There's certain people God placed in my life this weekend who served as encouragers of His hope and helped re-anchor my soul. They offered encouraging words, a prayer, a hug, a phone call and an email, turned my eyes back to God's word for my remembrance. To them, I'm forever grateful how God uses you in such a powerful way in my life and always at just the right time. 

Who has God placed in your life to help anchor you? Is there someone God's placed on your heart to speak encouraging words into their heart? Don't hesitate. Their soul needs help remembering and anchoring.  

Tuesday, March 13, 2012

Silence and the Creative Process

" 'Come with me by yourselves to a quiet place and get some rest.' So they went away by themselves in a boat to a solitary place." Mark 6: 31b-32

Silence. Pure quiet, hear-my-own-heartbeat silence is where I'm most comfortable. Silence is where I rest. Silence is where I gather insights through reading. Silence is where I process life. Silence is where my heart talks and my hands write. Silence is where I hear God whisper loud and clear.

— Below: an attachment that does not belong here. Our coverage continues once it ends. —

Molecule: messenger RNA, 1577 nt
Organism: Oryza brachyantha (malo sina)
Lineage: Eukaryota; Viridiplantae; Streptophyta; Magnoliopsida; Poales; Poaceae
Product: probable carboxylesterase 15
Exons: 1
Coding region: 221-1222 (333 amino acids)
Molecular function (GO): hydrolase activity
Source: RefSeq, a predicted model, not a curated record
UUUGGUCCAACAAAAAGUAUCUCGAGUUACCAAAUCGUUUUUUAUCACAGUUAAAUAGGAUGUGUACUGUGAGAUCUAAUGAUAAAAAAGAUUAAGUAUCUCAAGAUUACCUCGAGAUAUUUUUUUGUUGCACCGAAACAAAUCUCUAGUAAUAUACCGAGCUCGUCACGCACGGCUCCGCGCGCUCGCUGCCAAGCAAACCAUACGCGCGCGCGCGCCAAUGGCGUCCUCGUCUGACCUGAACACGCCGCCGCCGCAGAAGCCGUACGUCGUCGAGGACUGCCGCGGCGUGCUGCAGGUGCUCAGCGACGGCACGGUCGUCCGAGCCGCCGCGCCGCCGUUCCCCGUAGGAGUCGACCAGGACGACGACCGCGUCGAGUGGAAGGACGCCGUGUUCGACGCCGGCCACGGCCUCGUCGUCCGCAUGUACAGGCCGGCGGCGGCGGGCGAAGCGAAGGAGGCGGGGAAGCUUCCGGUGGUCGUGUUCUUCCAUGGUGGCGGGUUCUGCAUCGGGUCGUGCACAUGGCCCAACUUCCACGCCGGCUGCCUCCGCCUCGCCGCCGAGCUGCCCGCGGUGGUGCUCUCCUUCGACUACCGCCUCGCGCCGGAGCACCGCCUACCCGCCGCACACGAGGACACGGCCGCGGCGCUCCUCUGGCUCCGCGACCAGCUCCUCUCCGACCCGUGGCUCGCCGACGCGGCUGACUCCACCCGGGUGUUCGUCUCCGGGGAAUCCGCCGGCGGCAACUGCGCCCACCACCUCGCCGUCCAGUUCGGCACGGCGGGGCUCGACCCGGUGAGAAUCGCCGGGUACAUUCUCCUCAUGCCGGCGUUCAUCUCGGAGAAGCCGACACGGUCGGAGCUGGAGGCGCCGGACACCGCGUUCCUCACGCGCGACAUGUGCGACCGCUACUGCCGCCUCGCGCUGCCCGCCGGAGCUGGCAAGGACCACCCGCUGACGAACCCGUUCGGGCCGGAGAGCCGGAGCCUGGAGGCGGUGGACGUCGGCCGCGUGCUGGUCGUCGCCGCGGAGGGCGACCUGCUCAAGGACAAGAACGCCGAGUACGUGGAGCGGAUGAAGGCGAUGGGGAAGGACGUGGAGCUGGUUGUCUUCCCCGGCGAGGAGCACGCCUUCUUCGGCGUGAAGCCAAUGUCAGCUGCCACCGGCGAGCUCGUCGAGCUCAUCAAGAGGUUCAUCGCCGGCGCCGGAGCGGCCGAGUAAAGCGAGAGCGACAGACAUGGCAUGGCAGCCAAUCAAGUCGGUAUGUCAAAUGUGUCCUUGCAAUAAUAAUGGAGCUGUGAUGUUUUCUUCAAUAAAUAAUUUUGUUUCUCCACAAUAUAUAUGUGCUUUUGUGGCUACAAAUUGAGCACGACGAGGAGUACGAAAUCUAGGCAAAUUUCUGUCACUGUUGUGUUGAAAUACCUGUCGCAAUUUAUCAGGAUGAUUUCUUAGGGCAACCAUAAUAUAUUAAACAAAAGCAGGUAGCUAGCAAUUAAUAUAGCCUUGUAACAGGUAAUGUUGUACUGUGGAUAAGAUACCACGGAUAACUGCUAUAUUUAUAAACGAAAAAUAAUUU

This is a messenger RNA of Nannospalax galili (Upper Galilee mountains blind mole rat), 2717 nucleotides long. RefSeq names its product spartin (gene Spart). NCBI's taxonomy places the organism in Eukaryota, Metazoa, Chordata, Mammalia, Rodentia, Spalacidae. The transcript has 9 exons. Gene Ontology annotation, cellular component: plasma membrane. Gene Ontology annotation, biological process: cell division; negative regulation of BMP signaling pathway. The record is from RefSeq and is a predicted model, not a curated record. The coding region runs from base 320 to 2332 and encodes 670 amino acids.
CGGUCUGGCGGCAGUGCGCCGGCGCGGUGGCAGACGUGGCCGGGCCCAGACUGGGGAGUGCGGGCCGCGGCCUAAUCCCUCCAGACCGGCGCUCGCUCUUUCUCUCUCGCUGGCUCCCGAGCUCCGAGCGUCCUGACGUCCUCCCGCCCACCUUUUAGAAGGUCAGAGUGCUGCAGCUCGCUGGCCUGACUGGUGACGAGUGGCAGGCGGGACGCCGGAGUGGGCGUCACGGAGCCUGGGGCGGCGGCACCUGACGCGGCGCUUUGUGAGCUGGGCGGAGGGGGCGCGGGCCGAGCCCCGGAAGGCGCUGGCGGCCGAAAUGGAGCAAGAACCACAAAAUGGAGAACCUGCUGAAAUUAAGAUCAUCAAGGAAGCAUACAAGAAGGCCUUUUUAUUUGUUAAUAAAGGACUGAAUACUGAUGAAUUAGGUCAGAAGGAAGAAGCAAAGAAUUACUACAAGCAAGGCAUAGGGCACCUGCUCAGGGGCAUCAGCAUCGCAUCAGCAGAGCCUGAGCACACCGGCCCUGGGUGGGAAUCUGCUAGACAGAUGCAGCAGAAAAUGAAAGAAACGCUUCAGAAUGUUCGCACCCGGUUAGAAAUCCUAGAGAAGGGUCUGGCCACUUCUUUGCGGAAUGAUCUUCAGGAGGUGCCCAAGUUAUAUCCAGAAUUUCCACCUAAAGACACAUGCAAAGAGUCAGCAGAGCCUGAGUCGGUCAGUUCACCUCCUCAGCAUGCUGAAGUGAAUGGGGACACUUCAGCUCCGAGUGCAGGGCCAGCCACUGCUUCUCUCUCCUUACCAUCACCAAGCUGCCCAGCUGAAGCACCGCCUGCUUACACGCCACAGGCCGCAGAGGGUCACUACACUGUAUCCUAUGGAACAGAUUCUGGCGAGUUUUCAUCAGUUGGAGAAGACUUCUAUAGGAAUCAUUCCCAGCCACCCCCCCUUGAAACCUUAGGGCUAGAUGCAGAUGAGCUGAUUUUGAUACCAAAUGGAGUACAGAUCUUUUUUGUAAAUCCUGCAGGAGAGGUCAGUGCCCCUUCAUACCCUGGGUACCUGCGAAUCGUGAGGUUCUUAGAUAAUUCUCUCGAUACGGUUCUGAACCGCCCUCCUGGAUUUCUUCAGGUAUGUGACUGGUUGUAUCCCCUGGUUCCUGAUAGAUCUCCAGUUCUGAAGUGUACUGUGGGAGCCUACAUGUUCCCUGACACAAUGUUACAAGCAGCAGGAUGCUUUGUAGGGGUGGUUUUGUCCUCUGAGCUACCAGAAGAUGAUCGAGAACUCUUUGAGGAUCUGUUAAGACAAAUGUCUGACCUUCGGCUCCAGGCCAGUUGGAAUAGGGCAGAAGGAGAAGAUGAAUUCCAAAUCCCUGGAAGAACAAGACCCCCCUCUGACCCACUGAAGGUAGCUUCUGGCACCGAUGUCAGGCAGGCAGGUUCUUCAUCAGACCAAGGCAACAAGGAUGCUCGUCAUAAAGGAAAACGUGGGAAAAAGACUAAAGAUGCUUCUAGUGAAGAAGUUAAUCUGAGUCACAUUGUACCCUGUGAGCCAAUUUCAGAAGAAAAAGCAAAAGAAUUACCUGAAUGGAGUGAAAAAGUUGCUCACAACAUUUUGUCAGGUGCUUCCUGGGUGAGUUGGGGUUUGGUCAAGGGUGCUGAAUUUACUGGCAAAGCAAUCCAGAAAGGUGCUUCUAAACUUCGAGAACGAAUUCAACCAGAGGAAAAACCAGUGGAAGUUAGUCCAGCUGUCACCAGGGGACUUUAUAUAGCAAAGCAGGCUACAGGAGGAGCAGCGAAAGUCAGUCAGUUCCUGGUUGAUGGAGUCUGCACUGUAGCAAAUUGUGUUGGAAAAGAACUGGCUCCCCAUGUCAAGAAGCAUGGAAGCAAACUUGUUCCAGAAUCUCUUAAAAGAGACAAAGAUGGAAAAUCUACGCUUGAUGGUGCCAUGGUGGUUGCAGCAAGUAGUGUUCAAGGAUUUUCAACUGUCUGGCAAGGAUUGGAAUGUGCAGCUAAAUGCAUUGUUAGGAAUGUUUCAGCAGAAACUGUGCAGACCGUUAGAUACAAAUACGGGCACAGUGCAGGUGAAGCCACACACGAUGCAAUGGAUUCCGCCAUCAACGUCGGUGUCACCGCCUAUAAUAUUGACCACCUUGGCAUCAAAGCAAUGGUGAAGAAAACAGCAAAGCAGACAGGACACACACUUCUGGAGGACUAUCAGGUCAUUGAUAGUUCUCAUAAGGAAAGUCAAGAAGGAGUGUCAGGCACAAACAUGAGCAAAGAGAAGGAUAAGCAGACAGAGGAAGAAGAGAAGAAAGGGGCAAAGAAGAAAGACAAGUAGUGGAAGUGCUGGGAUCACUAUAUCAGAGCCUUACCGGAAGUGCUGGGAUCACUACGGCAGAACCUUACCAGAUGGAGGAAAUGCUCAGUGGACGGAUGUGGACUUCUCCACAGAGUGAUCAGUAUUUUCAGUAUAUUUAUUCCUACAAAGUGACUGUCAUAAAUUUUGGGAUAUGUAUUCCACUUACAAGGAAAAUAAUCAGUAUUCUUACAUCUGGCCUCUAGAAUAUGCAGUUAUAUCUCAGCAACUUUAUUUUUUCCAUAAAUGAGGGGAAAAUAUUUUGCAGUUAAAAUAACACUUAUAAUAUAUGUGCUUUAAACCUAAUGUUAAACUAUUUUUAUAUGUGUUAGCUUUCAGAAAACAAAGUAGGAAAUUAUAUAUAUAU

So much of life is full of noise. Screeching sirens, clacking train tracks, engine whistles, honking horns, people walking, children crying, people talking, talking, talking; talking to me or talking at me in real life or on T. V. It's all the same. It's all noise.

 When Jesus was at the peak of his ministry his days were full of people, noise and activity. He traveled miles in a day, teaching and performing miracles along the way. People as demanding as the paparazzi followed him around the countryside hoping for a glimpse, a touch, or a word. By the end of the day, he said to his disciples, "I'm beat. Let's get outta here!" Okay, maybe not those exact words but that's what he would've said in modern-day English. In those moments, he taught us all a great lesson: Rest comes when we retreat to a solitary place, with Him.

Today I need one of those solitary days. Rest. Retreat after a busy weekend and Monday, with only the sound of the ticking clock. My mind needs rejuvenation where thoughts can flow and gain perspective. My spirit needs food while I digest and birth new ideas.

I relish the creative process of silence.